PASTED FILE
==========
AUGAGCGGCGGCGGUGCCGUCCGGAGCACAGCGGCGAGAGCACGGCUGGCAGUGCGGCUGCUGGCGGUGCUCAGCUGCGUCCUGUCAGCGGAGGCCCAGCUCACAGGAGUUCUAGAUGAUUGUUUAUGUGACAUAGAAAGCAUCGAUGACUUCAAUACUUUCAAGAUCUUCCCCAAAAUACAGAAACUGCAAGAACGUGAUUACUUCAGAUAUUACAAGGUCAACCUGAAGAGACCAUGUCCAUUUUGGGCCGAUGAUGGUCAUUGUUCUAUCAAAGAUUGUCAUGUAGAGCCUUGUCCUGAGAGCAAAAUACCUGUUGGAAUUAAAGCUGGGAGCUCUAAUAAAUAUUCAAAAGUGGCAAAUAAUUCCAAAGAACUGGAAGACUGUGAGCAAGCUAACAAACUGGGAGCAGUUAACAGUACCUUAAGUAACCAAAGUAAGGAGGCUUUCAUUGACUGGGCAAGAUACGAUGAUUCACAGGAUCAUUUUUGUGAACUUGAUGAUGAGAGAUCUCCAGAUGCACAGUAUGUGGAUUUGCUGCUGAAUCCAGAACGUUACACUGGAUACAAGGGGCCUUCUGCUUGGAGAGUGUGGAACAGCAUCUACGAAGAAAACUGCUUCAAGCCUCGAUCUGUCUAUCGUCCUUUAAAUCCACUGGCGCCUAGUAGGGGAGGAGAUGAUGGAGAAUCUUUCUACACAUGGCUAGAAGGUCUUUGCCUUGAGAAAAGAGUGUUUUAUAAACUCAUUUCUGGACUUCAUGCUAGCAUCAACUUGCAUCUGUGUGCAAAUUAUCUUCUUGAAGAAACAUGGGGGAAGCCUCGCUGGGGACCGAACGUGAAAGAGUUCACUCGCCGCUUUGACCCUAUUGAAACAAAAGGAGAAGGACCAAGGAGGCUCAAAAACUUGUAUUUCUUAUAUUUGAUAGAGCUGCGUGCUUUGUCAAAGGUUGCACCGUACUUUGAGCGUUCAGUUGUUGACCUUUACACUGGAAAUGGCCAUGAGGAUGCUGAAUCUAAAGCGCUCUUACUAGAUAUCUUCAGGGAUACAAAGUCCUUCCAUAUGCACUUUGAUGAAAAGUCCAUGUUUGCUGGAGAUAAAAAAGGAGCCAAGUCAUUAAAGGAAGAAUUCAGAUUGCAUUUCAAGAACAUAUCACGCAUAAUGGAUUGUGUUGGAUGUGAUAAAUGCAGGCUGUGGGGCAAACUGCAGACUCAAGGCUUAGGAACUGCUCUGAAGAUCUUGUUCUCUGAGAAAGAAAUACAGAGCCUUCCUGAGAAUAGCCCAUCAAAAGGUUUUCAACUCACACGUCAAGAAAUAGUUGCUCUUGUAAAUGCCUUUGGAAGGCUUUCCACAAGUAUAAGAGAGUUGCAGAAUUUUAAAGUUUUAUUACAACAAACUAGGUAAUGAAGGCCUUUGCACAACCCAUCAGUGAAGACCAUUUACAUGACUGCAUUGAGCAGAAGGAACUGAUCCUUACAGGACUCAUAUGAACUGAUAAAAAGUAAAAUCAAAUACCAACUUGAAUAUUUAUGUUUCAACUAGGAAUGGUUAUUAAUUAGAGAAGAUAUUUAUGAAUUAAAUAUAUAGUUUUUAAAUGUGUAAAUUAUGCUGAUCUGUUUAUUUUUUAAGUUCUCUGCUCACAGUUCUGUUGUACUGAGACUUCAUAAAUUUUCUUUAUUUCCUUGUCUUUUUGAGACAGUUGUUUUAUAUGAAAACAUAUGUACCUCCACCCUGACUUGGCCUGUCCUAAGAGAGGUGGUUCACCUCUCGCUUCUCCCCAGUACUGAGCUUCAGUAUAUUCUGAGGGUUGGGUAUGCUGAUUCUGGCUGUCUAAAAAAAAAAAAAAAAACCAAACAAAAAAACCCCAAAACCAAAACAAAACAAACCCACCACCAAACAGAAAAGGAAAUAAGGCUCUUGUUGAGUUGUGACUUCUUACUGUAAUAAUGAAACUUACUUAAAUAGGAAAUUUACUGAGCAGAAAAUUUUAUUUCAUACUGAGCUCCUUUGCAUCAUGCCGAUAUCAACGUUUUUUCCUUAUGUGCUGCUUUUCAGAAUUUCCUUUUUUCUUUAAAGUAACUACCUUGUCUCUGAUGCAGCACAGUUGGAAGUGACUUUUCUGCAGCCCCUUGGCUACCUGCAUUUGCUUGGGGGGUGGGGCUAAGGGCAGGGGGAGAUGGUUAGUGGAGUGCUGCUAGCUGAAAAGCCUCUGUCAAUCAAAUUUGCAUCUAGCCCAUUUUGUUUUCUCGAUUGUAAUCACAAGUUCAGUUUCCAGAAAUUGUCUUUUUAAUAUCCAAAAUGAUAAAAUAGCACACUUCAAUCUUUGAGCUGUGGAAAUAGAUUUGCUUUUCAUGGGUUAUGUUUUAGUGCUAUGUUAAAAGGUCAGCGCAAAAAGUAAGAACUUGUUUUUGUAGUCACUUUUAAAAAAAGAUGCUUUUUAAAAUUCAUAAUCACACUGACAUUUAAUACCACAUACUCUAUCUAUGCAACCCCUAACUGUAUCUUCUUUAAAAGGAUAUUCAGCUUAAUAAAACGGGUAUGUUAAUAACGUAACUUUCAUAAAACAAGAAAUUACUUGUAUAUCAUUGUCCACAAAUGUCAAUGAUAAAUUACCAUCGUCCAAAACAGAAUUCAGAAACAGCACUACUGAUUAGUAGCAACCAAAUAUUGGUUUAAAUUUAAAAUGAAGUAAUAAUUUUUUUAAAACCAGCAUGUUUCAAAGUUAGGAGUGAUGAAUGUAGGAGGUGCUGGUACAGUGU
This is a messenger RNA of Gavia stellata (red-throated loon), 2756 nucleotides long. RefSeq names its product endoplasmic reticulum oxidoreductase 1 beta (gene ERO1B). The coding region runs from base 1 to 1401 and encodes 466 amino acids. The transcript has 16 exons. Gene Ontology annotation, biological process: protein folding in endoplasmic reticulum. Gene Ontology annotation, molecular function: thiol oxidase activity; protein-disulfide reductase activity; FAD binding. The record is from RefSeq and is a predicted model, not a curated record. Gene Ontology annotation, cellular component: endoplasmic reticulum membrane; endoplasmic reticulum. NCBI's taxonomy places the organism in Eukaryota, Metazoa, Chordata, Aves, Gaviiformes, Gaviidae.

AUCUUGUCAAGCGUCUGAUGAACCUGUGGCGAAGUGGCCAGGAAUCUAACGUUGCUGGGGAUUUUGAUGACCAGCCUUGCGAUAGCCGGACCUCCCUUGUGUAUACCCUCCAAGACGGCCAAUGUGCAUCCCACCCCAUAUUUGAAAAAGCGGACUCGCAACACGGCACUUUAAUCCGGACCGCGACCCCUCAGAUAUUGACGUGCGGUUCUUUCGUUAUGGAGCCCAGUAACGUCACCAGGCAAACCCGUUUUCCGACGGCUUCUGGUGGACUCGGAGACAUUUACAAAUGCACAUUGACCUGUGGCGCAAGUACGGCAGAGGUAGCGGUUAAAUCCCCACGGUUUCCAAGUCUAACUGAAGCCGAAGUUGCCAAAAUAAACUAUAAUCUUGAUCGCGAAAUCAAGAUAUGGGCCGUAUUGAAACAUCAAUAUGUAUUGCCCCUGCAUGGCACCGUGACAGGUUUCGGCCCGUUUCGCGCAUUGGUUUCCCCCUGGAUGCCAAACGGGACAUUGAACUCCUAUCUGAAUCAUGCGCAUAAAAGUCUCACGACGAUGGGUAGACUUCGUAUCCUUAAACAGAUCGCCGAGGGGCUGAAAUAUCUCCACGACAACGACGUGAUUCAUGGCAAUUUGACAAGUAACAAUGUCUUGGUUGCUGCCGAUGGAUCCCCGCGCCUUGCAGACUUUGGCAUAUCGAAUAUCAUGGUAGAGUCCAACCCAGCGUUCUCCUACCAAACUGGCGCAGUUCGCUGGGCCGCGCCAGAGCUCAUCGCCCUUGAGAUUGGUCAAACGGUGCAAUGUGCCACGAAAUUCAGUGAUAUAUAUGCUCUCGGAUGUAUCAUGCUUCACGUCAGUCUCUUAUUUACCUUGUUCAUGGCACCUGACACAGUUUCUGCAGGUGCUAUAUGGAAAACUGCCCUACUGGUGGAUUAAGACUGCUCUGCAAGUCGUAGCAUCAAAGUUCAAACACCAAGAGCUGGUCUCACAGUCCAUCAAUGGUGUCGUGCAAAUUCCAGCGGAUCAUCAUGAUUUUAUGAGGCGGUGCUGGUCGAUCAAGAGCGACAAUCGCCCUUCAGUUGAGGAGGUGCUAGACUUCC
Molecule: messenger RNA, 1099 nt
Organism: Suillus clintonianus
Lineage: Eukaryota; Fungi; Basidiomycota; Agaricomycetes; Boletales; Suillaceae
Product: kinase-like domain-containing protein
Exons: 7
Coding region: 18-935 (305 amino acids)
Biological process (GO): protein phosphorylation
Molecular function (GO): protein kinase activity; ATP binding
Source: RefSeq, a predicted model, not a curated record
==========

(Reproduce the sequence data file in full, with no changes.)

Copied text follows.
AUGAGCGGCGGCGGUGCCGUCCGGAGCACAGCGGCGAGAGCACGGCUGGCAGUGCGGCUGCUGGCGGUGCUCAGCUGCGUCCUGUCAGCGGAGGCCCAGCUCACAGGAGUUCUAGAUGAUUGUUUAUGUGACAUAGAAAGCAUCGAUGACUUCAAUACUUUCAAGAUCUUCCCCAAAAUACAGAAACUGCAAGAACGUGAUUACUUCAGAUAUUACAAGGUCAACCUGAAGAGACCAUGUCCAUUUUGGGCCGAUGAUGGUCAUUGUUCUAUCAAAGAUUGUCAUGUAGAGCCUUGUCCUGAGAGCAAAAUACCUGUUGGAAUUAAAGCUGGGAGCUCUAAUAAAUAUUCAAAAGUGGCAAAUAAUUCCAAAGAACUGGAAGACUGUGAGCAAGCUAACAAACUGGGAGCAGUUAACAGUACCUUAAGUAACCAAAGUAAGGAGGCUUUCAUUGACUGGGCAAGAUACGAUGAUUCACAGGAUCAUUUUUGUGAACUUGAUGAUGAGAGAUCUCCAGAUGCACAGUAUGUGGAUUUGCUGCUGAAUCCAGAACGUUACACUGGAUACAAGGGGCCUUCUGCUUGGAGAGUGUGGAACAGCAUCUACGAAGAAAACUGCUUCAAGCCUCGAUCUGUCUAUCGUCCUUUAAAUCCACUGGCGCCUAGUAGGGGAGGAGAUGAUGGAGAAUCUUUCUACACAUGGCUAGAAGGUCUUUGCCUUGAGAAAAGAGUGUUUUAUAAACUCAUUUCUGGACUUCAUGCUAGCAUCAACUUGCAUCUGUGUGCAAAUUAUCUUCUUGAAGAAACAUGGGGGAAGCCUCGCUGGGGACCGAACGUGAAAGAGUUCACUCGCCGCUUUGACCCUAUUGAAACAAAAGGAGAAGGACCAAGGAGGCUCAAAAACUUGUAUUUCUUAUAUUUGAUAGAGCUGCGUGCUUUGUCAAAGGUUGCACCGUACUUUGAGCGUUCAGUUGUUGACCUUUACACUGGAAAUGGCCAUGAGGAUGCUGAAUCUAAAGCGCUCUUACUAGAUAUCUUCAGGGAUACAAAGUCCUUCCAUAUGCACUUUGAUGAAAAGUCCAUGUUUGCUGGAGAUAAAAAAGGAGCCAAGUCAUUAAAGGAAGAAUUCAGAUUGCAUUUCAAGAACAUAUCACGCAUAAUGGAUUGUGUUGGAUGUGAUAAAUGCAGGCUGUGGGGCAAACUGCAGACUCAAGGCUUAGGAACUGCUCUGAAGAUCUUGUUCUCUGAGAAAGAAAUACAGAGCCUUCCUGAGAAUAGCCCAUCAAAAGGUUUUCAACUCACACGUCAAGAAAUAGUUGCUCUUGUAAAUGCCUUUGGAAGGCUUUCCACAAGUAUAAGAGAGUUGCAGAAUUUUAAAGUUUUAUUACAACAAACUAGGUAAUGAAGGCCUUUGCACAACCCAUCAGUGAAGACCAUUUACAUGACUGCAUUGAGCAGAAGGAACUGAUCCUUACAGGACUCAUAUGAACUGAUAAAAAGUAAAAUCAAAUACCAACUUGAAUAUUUAUGUUUCAACUAGGAAUGGUUAUUAAUUAGAGAAGAUAUUUAUGAAUUAAAUAUAUAGUUUUUAAAUGUGUAAAUUAUGCUGAUCUGUUUAUUUUUUAAGUUCUCUGCUCACAGUUCUGUUGUACUGAGACUUCAUAAAUUUUCUUUAUUUCCUUGUCUUUUUGAGACAGUUGUUUUAUAUGAAAACAUAUGUACCUCCACCCUGACUUGGCCUGUCCUAAGAGAGGUGGUUCACCUCUCGCUUCUCCCCAGUACUGAGCUUCAGUAUAUUCUGAGGGUUGGGUAUGCUGAUUCUGGCUGUCUAAAAAAAAAAAAAAAAACCAAACAAAAAAACCCCAAAACCAAAACAAAACAAACCCACCACCAAACAGAAAAGGAAAUAAGGCUCUUGUUGAGUUGUGACUUCUUACUGUAAUAAUGAAACUUACUUAAAUAGGAAAUUUACUGAGCAGAAAAUUUUAUUUCAUACUGAGCUCCUUUGCAUCAUGCCGAUAUCAACGUUUUUUCCUUAUGUGCUGCUUUUCAGAAUUUCCUUUUUUCUUUAAAGUAACUACCUUGUCUCUGAUGCAGCACAGUUGGAAGUGACUUUUCUGCAGCCCCUUGGCUACCUGCAUUUGCUUGGGGGGUGGGGCUAAGGGCAGGGGGAGAUGGUUAGUGGAGUGCUGCUAGCUGAAAAGCCUCUGUCAAUCAAAUUUGCAUCUAGCCCAUUUUGUUUUCUCGAUUGUAAUCACAAGUUCAGUUUCCAGAAAUUGUCUUUUUAAUAUCCAAAAUGAUAAAAUAGCACACUUCAAUCUUUGAGCUGUGGAAAUAGAUUUGCUUUUCAUGGGUUAUGUUUUAGUGCUAUGUUAAAAGGUCAGCGCAAAAAGUAAGAACUUGUUUUUGUAGUCACUUUUAAAAAAAGAUGCUUUUUAAAAUUCAUAAUCACACUGACAUUUAAUACCACAUACUCUAUCUAUGCAACCCCUAACUGUAUCUUCUUUAAAAGGAUAUUCAGCUUAAUAAAACGGGUAUGUUAAUAACGUAACUUUCAUAAAACAAGAAAUUACUUGUAUAUCAUUGUCCACAAAUGUCAAUGAUAAAUUACCAUCGUCCAAAACAGAAUUCAGAAACAGCACUACUGAUUAGUAGCAACCAAAUAUUGGUUUAAAUUUAAAAUGAAGUAAUAAUUUUUUUAAAACCAGCAUGUUUCAAAGUUAGGAGUGAUGAAUGUAGGAGGUGCUGGUACAGUGU
This is a messenger RNA of Gavia stellata (red-throated loon), 2756 nucleotides long. RefSeq names its product endoplasmic reticulum oxidoreductase 1 beta (gene ERO1B). The coding region runs from base 1 to 1401 and encodes 466 amino acids. The transcript has 16 exons. Gene Ontology annotation, biological process: protein folding in endoplasmic reticulum. Gene Ontology annotation, molecular function: thiol oxidase activity; protein-disulfide reductase activity; FAD binding. The record is from RefSeq and is a predicted model, not a curated record. Gene Ontology annotation, cellular component: endoplasmic reticulum membrane; endoplasmic reticulum. NCBI's taxonomy places the organism in Eukaryota, Metazoa, Chordata, Aves, Gaviiformes, Gaviidae.

AUCUUGUCAAGCGUCUGAUGAACCUGUGGCGAAGUGGCCAGGAAUCUAACGUUGCUGGGGAUUUUGAUGACCAGCCUUGCGAUAGCCGGACCUCCCUUGUGUAUACCCUCCAAGACGGCCAAUGUGCAUCCCACCCCAUAUUUGAAAAAGCGGACUCGCAACACGGCACUUUAAUCCGGACCGCGACCCCUCAGAUAUUGACGUGCGGUUCUUUCGUUAUGGAGCCCAGUAACGUCACCAGGCAAACCCGUUUUCCGACGGCUUCUGGUGGACUCGGAGACAUUUACAAAUGCACAUUGACCUGUGGCGCAAGUACGGCAGAGGUAGCGGUUAAAUCCCCACGGUUUCCAAGUCUAACUGAAGCCGAAGUUGCCAAAAUAAACUAUAAUCUUGAUCGCGAAAUCAAGAUAUGGGCCGUAUUGAAACAUCAAUAUGUAUUGCCCCUGCAUGGCACCGUGACAGGUUUCGGCCCGUUUCGCGCAUUGGUUUCCCCCUGGAUGCCAAACGGGACAUUGAACUCCUAUCUGAAUCAUGCGCAUAAAAGUCUCACGACGAUGGGUAGACUUCGUAUCCUUAAACAGAUCGCCGAGGGGCUGAAAUAUCUCCACGACAACGACGUGAUUCAUGGCAAUUUGACAAGUAACAAUGUCUUGGUUGCUGCCGAUGGAUCCCCGCGCCUUGCAGACUUUGGCAUAUCGAAUAUCAUGGUAGAGUCCAACCCAGCGUUCUCCUACCAAACUGGCGCAGUUCGCUGGGCCGCGCCAGAGCUCAUCGCCCUUGAGAUUGGUCAAACGGUGCAAUGUGCCACGAAAUUCAGUGAUAUAUAUGCUCUCGGAUGUAUCAUGCUUCACGUCAGUCUCUUAUUUACCUUGUUCAUGGCACCUGACACAGUUUCUGCAGGUGCUAUAUGGAAAACUGCCCUACUGGUGGAUUAAGACUGCUCUGCAAGUCGUAGCAUCAAAGUUCAAACACCAAGAGCUGGUCUCACAGUCCAUCAAUGGUGUCGUGCAAAUUCCAGCGGAUCAUCAUGAUUUUAUGAGGCGGUGCUGGUCGAUCAAGAGCGACAAUCGCCCUUCAGUUGAGGAGGUGCUAGACUUCC
Molecule: messenger RNA, 1099 nt
Organism: Suillus clintonianus
Lineage: Eukaryota; Fungi; Basidiomycota; Agaricomycetes; Boletales; Suillaceae
Product: kinase-like domain-containing protein
Exons: 7
Coding region: 18-935 (305 amino acids)
Biological process (GO): protein phosphorylation
Molecular function (GO): protein kinase activity; ATP binding
Source: RefSeq, a predicted model, not a curated record